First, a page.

My favorite response I've read is for question #6 from Dylan.
Would you call the Task Party art?
I would call it an art, just like the technique of packing a suitcase is an art. It's the art of breaking boundaries. 
I think Oliver Herring would be tickled with that response!


artists making a difference

Dr. Arthur Culbert is the head of the Central West End Community Farm and one of the kindest people I have met! He partners with the New City School 4th graders to plant, tend, and harvest the garden for local food banks. This is a really wonderful partnership and we are lucky to have him in our community. Read more about his work here.

We were approached by Arthur to create a mural on the existing barriers blocking the garden from the alley. These were an eyesore and Arthur wanted to change their purpose to allow passers-by to see what this garden is all about. The fourth grade artists spent many hours designing, planning, consulting, and collaborating before the actual painting even started! The garden mural is now finished and is a happy centerpiece of the community farm. Many times, people have stopped to comment how seeing the mural on their way to work and home, brightens their day!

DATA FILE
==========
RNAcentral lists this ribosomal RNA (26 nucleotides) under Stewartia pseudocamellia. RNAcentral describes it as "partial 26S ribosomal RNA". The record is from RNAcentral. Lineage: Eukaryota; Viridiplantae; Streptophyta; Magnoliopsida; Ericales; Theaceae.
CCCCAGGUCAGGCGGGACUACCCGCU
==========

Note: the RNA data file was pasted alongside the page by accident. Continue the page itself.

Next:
first grade spring cocoons

We have made insect mobiles before but I changed it up a little this year. This time the first grade artists added a real silk cocoon to the end of their mobiles! I bought the silk cocoons along with some silk squares from this etsy artist: WCMercantile.

The silk cocoons took the metallic watercolors beautifully. We used the cocoons with the tops cut open that make a little lid (sans worm)- perfect for inserting written wishes on little paper strips. We hope that when these wishes are ready to mature they will open up and come true. There were lots of good wishes for friends, family, and school and I saw more than one wish for the ability to fly!